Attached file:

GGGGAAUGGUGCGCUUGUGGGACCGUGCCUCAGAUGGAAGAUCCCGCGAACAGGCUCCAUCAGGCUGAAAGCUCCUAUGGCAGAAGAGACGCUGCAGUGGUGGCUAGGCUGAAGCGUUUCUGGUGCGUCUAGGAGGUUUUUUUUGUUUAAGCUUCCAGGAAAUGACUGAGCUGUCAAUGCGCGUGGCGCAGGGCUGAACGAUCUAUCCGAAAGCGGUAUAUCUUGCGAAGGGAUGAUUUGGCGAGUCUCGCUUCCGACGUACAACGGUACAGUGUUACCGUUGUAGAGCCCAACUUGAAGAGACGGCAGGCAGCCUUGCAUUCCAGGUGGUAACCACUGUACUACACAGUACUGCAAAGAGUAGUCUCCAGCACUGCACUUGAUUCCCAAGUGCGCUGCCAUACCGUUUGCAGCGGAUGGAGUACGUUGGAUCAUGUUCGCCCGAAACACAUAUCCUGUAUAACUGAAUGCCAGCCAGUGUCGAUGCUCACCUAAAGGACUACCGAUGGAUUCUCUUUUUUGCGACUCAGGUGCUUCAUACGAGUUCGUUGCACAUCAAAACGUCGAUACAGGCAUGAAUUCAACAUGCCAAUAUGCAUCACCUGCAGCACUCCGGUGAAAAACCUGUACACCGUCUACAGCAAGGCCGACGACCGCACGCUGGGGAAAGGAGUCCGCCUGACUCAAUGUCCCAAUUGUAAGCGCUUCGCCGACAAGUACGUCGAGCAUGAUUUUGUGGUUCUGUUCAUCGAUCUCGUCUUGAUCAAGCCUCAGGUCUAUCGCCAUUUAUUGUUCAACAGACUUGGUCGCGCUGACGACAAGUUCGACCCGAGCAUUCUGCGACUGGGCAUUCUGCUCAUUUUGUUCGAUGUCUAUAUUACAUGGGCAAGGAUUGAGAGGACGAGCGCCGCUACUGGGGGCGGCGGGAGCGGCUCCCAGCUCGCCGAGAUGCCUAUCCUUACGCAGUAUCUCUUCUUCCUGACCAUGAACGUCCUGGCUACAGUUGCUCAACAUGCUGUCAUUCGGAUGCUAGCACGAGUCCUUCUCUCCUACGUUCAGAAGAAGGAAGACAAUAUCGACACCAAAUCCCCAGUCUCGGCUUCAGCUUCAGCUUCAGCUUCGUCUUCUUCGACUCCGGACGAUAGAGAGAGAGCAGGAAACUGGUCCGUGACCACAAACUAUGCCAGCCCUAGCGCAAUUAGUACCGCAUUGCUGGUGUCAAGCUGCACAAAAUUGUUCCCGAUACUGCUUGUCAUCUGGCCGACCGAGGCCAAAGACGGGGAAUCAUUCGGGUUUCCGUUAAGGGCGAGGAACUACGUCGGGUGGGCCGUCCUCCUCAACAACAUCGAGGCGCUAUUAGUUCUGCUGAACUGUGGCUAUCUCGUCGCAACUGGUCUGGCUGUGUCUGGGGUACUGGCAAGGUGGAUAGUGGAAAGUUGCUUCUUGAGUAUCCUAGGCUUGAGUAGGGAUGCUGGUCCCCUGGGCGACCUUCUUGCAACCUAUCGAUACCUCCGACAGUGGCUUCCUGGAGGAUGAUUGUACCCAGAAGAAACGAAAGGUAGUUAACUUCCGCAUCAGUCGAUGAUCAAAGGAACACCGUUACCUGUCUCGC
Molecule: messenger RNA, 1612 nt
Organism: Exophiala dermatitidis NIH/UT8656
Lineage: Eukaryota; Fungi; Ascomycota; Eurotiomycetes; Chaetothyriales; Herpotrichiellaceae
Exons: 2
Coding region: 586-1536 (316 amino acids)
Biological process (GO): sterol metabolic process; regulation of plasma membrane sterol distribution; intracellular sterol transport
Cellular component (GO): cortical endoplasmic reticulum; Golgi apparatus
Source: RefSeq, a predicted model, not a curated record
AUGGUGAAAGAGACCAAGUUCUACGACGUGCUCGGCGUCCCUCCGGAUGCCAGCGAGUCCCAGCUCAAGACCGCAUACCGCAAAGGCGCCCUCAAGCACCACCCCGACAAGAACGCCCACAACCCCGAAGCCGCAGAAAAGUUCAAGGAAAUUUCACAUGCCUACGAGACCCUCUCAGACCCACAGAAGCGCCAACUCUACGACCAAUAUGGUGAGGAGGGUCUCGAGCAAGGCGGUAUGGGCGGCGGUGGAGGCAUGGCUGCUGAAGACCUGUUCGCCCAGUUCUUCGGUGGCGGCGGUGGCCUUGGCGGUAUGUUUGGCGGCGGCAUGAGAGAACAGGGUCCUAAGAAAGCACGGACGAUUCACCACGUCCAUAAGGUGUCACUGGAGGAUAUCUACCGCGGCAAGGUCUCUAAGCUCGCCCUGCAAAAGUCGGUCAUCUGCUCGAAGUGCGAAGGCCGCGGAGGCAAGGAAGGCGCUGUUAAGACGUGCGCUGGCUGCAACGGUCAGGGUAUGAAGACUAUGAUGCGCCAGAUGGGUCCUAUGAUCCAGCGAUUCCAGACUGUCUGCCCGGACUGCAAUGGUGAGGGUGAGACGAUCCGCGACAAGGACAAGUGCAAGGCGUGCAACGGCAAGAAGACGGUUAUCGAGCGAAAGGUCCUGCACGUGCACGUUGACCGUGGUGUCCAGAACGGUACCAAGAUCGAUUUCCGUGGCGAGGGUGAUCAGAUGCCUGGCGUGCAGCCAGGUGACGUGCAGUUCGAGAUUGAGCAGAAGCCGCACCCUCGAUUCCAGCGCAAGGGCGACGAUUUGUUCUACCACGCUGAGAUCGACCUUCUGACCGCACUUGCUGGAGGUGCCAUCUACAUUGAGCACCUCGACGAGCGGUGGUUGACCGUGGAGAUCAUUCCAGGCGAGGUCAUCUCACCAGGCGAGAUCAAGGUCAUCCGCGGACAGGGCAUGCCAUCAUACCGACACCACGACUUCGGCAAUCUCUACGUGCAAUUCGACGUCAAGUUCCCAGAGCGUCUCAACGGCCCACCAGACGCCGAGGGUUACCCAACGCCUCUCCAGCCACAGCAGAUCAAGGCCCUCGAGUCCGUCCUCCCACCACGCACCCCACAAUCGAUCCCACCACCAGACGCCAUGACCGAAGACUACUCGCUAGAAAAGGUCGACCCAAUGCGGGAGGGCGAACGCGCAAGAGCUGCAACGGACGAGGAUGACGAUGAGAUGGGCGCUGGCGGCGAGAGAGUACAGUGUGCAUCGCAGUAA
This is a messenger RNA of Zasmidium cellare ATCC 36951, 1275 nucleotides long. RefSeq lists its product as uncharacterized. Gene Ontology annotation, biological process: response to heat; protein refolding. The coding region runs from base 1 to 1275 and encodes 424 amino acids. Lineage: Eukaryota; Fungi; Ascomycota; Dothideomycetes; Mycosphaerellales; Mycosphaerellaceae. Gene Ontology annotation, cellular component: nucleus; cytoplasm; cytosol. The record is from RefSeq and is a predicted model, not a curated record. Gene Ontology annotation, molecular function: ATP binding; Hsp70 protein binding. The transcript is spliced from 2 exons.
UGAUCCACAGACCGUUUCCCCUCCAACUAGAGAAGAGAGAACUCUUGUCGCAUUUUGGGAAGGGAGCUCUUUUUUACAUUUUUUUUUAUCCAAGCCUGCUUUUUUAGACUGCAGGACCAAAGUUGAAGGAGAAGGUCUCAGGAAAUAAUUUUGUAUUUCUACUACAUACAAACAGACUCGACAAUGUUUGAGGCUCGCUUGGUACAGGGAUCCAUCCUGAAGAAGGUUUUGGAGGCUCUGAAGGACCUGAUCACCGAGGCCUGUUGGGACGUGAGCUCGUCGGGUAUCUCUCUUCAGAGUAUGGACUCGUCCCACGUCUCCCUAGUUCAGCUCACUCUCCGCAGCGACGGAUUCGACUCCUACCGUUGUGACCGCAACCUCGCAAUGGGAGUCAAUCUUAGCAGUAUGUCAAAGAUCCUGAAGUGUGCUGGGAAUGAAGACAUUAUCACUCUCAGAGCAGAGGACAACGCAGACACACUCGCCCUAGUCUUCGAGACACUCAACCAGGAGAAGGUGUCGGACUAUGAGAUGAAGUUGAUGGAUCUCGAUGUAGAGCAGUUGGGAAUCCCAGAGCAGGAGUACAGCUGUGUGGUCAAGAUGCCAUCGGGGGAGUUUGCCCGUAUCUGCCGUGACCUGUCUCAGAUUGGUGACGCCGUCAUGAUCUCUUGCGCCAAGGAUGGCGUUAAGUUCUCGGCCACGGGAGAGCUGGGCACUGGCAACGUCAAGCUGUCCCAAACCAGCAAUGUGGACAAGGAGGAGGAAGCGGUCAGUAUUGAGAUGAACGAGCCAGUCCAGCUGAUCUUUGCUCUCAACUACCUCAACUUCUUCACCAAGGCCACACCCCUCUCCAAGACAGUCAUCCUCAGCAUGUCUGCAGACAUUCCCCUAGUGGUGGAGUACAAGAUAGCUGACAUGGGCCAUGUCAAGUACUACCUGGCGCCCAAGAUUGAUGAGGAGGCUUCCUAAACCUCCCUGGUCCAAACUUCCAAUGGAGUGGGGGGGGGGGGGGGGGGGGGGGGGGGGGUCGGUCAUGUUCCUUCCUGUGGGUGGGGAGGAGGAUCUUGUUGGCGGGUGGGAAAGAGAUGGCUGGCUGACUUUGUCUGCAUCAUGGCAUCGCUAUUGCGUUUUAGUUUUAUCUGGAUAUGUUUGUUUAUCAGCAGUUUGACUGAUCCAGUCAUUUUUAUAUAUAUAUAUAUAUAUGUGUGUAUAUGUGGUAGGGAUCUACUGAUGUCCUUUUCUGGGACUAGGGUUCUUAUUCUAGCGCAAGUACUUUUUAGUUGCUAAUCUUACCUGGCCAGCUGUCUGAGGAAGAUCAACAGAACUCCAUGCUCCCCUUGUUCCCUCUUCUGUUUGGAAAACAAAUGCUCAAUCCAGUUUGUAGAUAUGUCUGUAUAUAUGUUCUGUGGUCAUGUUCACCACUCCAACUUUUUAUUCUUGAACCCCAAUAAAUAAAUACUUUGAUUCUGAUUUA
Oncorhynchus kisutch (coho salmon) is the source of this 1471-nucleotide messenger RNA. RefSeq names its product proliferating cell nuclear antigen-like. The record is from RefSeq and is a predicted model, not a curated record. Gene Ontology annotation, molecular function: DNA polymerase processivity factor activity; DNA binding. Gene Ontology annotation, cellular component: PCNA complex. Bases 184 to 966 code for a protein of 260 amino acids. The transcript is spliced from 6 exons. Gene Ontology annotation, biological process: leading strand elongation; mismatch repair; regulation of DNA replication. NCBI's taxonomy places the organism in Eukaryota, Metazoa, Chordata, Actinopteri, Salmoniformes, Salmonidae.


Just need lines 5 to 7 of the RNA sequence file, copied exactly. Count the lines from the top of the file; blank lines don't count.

Exons: 2
Coding region: 586-1536 (316 amino acids)
Biological process (GO): sterol metabolic process; regulation of plasma membrane sterol distribution; intracellular sterol transport